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13 Feb 2008

What is Pad Printing?

Any way you look at it, Pad Printing is an unlikely imaging process. It borrows a unique amalgamation of features from gravure, screenprinting and rubber stamp printing, yet its most frequent industrial decorating competitor is none of these processes. Instead, Pad Printing most often encroaches on jobs once dominated by Hot Stamping. Even the process itself is somewhat befuddling. If the ink is so attracted by the silicone pad that it leaves the recessed areas of the printing plate, why does it abandon the pad so completely upon touching the substrate? Unlikely as it may be however, this process is finding increasing favour in a host of commercial and industrial applications. Why?

It is adaptable to a variety of shapes and contours on parts with a variation in the surface, yet fine detail and precise copy can be achieved. Four color process is obtained with exact registration. Pad printing is ideal for decorating toys, plastic housewares, and injection molded components. This technology also lends itself to marking electronic components such as resistors, canisters, and connectors. Any part, plastic, ceramic, or metal can be production marked by this process. The equipment can be semi or fully automated, yet remains a low capital expenditure technology.

Features of Pad Printing:


Following are the unique features of the Pad Printing process.


Can print on convex, concave, curved, recessed and discontinuous surfaces allowing product designers a substantially broader range of shapes and designs.



Pad printing is able to print shapes and surface structures well outside the capabilities of Screen Printing and Hot Stamping opening up a way to decorate a whole new range of products.



Allows wet-on-wet multicolour printing (without intermediate drying) on non-absorbent surfaces - therefore much reduced down time.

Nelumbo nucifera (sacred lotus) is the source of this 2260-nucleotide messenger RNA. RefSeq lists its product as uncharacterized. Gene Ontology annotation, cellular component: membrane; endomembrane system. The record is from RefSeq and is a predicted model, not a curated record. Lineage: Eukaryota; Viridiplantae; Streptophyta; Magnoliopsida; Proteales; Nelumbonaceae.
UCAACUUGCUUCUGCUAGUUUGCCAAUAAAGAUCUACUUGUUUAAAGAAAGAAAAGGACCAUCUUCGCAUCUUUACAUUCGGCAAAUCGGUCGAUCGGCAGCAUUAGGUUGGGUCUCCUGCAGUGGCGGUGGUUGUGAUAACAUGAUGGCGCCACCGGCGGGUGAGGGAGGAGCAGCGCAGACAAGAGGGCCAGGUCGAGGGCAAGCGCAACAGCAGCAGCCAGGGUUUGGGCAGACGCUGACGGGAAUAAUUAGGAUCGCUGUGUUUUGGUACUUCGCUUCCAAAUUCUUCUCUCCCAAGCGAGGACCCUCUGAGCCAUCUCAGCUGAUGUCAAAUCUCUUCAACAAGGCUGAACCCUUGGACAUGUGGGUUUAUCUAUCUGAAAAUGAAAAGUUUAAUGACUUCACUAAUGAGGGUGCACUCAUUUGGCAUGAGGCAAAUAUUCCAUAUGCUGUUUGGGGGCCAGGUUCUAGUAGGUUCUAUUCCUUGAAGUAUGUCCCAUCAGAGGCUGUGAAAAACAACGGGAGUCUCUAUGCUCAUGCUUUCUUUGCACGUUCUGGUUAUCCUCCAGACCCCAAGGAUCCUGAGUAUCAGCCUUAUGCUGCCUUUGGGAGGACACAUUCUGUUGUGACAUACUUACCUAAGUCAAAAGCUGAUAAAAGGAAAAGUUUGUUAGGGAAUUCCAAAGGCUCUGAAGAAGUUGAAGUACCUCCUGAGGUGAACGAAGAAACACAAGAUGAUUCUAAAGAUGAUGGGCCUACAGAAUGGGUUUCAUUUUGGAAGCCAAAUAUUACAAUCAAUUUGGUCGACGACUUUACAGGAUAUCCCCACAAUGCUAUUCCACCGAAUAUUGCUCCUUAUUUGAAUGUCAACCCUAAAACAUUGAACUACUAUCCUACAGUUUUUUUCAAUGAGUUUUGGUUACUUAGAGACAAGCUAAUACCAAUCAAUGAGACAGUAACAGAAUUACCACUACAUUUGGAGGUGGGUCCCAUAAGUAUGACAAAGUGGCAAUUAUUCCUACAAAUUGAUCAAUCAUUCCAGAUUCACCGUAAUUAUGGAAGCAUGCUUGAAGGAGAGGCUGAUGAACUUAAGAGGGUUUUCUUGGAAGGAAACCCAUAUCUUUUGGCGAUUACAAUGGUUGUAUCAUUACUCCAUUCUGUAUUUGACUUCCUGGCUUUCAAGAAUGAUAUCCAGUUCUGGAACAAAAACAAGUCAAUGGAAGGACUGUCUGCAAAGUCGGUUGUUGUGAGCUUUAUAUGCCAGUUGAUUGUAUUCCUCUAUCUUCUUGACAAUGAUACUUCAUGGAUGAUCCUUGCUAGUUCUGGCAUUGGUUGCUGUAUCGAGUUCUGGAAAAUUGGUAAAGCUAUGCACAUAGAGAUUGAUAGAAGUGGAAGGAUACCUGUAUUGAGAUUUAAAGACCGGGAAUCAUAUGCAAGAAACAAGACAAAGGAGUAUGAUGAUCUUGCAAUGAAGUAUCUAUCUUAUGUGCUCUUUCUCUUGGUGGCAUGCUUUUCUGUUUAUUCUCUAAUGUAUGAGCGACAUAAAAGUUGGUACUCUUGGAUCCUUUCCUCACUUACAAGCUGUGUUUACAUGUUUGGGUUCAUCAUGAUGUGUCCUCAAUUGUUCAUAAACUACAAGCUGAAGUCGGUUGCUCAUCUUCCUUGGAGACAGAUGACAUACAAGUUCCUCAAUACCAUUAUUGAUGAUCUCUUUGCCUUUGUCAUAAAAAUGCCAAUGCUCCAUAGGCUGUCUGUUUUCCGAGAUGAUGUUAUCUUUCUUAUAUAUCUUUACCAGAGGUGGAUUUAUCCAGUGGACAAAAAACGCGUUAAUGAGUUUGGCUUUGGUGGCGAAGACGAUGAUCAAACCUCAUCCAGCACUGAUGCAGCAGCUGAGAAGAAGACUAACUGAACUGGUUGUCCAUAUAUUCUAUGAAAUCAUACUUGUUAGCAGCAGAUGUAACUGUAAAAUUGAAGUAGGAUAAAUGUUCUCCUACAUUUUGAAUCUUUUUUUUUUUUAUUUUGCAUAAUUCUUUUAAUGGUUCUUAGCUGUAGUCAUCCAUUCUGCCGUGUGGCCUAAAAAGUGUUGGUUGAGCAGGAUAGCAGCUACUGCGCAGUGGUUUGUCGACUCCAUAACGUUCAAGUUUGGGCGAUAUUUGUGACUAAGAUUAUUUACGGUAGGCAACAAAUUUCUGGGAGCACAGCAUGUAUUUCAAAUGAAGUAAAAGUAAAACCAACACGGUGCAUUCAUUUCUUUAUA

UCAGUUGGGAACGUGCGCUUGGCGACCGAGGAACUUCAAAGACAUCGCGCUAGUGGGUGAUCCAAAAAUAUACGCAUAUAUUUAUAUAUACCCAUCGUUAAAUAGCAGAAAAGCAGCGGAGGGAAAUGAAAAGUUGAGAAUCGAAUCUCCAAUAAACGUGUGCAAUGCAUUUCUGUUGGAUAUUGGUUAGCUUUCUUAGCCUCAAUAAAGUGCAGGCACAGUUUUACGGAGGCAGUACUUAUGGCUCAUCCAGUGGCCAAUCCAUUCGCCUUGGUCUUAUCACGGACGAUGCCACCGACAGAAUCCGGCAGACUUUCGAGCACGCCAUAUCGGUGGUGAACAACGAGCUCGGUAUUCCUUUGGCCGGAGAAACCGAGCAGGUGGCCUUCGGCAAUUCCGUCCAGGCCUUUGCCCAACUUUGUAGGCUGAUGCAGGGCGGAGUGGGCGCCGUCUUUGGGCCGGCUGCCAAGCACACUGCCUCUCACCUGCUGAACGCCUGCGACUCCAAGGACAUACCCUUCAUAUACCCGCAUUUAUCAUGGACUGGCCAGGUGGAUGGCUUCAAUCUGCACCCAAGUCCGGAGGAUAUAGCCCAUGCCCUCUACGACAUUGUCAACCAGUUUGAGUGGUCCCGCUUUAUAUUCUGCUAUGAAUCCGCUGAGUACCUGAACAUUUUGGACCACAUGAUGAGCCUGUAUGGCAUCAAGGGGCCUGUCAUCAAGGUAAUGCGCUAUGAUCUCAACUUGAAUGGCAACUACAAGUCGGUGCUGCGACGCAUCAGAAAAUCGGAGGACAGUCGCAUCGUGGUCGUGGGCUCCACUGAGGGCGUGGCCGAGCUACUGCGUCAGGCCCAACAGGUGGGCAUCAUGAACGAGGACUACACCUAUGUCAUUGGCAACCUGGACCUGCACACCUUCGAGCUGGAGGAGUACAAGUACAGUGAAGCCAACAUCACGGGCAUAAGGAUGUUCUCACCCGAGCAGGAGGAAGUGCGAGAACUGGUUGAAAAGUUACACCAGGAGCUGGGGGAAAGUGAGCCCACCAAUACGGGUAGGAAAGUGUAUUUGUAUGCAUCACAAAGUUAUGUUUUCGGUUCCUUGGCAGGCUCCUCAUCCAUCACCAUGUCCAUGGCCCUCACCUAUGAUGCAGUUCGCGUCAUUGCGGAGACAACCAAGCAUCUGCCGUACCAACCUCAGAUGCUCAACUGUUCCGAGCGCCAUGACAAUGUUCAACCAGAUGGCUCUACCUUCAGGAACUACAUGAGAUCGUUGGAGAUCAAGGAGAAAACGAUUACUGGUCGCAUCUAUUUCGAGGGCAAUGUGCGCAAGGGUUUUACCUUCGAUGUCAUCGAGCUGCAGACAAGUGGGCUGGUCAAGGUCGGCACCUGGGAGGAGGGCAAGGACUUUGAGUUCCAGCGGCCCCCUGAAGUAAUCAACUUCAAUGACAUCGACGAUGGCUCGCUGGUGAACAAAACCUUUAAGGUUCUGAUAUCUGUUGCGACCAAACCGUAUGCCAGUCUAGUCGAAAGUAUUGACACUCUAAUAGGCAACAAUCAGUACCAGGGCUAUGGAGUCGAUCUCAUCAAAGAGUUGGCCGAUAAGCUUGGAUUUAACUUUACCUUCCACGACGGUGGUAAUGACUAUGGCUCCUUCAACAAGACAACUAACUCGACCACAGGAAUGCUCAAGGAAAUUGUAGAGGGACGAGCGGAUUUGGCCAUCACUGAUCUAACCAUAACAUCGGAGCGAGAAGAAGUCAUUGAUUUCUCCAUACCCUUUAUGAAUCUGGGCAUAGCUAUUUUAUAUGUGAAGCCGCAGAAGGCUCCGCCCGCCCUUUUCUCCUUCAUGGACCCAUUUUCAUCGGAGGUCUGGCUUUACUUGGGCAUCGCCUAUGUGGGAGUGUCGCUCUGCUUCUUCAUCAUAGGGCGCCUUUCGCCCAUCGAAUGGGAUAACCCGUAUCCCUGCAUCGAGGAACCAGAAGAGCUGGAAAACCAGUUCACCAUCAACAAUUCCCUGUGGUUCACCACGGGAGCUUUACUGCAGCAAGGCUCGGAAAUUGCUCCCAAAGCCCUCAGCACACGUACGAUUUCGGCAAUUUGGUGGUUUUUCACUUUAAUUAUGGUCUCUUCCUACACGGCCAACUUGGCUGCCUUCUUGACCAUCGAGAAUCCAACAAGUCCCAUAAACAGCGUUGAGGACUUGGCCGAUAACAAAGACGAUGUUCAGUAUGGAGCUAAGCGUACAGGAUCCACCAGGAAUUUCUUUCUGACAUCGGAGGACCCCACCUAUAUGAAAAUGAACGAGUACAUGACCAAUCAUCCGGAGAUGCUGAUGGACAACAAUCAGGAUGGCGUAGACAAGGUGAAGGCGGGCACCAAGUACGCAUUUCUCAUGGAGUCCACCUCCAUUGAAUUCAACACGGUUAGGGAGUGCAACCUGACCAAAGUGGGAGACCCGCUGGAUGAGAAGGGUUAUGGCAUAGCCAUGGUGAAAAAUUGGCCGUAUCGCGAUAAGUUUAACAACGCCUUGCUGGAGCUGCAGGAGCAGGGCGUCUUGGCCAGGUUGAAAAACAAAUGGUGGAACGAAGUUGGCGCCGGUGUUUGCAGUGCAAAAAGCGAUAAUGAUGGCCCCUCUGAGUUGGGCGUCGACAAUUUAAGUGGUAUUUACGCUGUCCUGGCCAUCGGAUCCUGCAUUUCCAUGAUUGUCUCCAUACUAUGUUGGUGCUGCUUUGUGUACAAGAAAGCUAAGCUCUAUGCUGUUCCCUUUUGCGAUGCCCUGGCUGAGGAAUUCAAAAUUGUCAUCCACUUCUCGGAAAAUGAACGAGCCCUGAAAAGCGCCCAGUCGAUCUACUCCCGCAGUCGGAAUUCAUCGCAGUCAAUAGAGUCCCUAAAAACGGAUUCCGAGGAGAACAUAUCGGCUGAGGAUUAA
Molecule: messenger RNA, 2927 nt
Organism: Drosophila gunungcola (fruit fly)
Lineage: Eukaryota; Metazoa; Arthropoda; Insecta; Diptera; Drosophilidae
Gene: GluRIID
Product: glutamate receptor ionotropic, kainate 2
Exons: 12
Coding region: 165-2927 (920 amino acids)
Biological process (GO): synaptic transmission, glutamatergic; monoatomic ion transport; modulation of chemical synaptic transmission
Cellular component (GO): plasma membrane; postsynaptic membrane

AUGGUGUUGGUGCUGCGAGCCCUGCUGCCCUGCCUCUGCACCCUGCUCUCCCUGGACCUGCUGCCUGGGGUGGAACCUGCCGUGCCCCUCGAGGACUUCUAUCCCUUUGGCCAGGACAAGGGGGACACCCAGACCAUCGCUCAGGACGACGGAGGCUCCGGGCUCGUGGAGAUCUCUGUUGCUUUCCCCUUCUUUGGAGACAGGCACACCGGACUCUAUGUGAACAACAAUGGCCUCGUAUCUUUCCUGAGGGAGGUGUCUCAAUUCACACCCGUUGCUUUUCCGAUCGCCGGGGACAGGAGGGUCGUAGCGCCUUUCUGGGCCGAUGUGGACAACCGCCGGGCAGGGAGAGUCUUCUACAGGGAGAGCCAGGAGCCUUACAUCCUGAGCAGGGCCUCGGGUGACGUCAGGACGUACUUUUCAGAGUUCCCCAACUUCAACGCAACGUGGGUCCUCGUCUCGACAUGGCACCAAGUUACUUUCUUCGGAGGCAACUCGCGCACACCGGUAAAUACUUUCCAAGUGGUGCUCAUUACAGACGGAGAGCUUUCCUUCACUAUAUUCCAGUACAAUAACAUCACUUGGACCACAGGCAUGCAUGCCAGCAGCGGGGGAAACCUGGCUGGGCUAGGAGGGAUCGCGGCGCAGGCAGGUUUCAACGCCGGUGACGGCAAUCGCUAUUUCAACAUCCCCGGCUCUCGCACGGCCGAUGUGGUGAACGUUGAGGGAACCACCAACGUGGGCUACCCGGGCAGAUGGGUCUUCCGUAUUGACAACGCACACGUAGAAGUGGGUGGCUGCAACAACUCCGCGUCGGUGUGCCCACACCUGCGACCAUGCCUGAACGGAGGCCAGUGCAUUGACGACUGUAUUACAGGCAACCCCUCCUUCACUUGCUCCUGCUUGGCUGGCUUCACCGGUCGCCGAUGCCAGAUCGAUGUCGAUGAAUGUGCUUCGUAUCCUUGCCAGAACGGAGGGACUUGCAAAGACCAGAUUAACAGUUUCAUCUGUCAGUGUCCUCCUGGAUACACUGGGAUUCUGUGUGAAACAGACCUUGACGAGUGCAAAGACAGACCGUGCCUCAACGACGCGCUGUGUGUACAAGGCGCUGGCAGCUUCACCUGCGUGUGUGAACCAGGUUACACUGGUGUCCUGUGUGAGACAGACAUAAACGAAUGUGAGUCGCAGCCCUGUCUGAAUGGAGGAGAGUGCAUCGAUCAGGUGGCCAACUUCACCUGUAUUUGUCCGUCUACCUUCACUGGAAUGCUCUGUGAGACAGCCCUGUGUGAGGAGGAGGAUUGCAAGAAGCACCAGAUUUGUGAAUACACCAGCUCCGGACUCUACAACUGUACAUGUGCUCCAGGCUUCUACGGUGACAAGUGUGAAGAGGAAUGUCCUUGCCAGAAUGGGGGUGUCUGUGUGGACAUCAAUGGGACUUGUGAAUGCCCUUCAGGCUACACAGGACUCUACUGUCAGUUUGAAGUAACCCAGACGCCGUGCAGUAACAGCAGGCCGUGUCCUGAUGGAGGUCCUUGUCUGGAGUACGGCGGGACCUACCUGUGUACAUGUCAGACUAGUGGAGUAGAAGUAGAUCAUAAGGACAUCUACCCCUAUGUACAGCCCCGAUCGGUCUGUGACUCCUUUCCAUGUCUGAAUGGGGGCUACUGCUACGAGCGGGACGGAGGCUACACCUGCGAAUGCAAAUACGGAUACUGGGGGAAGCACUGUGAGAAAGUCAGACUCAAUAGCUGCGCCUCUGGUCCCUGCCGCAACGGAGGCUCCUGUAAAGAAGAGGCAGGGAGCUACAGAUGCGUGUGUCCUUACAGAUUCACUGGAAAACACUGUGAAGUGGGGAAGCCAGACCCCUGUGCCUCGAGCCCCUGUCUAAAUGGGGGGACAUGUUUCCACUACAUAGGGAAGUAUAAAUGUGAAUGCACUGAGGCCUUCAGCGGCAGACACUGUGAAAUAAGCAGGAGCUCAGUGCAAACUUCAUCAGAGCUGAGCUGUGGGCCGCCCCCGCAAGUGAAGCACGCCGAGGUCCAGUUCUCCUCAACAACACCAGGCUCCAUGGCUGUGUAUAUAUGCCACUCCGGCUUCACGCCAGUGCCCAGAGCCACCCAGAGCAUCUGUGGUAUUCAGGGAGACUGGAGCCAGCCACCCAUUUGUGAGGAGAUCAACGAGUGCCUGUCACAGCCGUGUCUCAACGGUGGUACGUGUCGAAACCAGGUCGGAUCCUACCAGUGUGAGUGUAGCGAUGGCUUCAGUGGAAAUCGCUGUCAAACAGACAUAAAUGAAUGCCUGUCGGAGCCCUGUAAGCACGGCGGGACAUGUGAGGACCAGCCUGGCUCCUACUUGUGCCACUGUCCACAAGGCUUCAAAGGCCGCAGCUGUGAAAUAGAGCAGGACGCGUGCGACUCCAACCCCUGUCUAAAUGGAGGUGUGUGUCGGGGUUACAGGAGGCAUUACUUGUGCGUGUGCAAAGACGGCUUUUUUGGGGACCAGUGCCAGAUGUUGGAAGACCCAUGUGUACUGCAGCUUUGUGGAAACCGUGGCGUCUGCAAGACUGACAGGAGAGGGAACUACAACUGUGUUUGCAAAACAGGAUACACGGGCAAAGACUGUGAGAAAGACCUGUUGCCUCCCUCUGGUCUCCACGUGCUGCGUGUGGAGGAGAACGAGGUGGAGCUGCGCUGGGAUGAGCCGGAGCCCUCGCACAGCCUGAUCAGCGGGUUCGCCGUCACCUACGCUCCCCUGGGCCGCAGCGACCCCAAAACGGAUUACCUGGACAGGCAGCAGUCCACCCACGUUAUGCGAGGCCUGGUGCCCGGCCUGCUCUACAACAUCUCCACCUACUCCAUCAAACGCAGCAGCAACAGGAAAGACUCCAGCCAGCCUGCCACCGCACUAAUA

Is capable of 90 degree wraparound on three-dimensional objects.



Offers better edge definition and higher resolution than most other printing systems therefore offering a method of decorating high quality high priced items.



Is a relatively inexpensive printing system particularly for multi-colour and process colour printing which means reduced capital outlay.



The many advantages of Pad Printing:



Variety of substrates - Almost any material including glass, ceramic, metal can be printed with suitable inks.



Ability to print fine details - Resolution is far better than that of screen printing in fact up to 120 lines / Cm (300 lines per inch)



High resistance of printing inks - Depending on ink type used extremely high resistance against mechanical abrasion or chemicals can be achieved.



Easy handling and little maintenance - Compared to other printing processes pad printing is easy to learn



Multi-colour printing: wet on wet - Possibility to apply multiple prints without intermediate drying



Short tooling-up times - Plates and inks can be exchanged within a few minutes



Low set up cost - Plates can be produced in-house



Relatively low space requirement - Compared to other printing machines pad printing equipment is space efficient



Low drying cost - In the most simple case air drying at room temperature is sufficient.



Integration into complex systems, inline production and assembly lines - For years now there has been a successful combination of pad printing systems with injection moulding equipment or assembly lines.



Limitations of Pad Printing:Size of motive - Motive sizes are limited by plate, pad and efficiency of the pad printing machine. The diameters of the largest efficiently printed motives are currently approx. 30 cm.



Layer thickness of ink film - The pad process uses plates up to a depth of approx. 20-25µm (at the most 35µm). Thus conventional inks will result in printed ink films of approx. 7µm. This layer thickness can be increased correspondingly by multi-layer printing. Rough particles (e.g. glitter pigments) are difficult to print in an efficient manner



Printing speed - Even substrates can be printed a lot faster with other printing processes.



What does the process require? Artwork i.e. the image that is to be printed. Because Pad Printing is often used for its ability to print very fine detail Artwork can be quite specialised.



A film positive, which is produced from the artwork.



A printing plate, which is either a "plastic" or steel printing plate, referred to as a cliché. Onto this cliché we have etched an image (from the film positive) into the surface. So the image is said to be in relief rather than in profile as in letterpress printing.



A Pad Printing machine to facilitate the inking and doctoring of the image, the pick up of the image from the cliché and the put down of the image onto the item being printed.



A Tampon or Pad, which is moulded from silicone rubber.



Specialist Pad printing ink.


source: http://www.packmark.com.au



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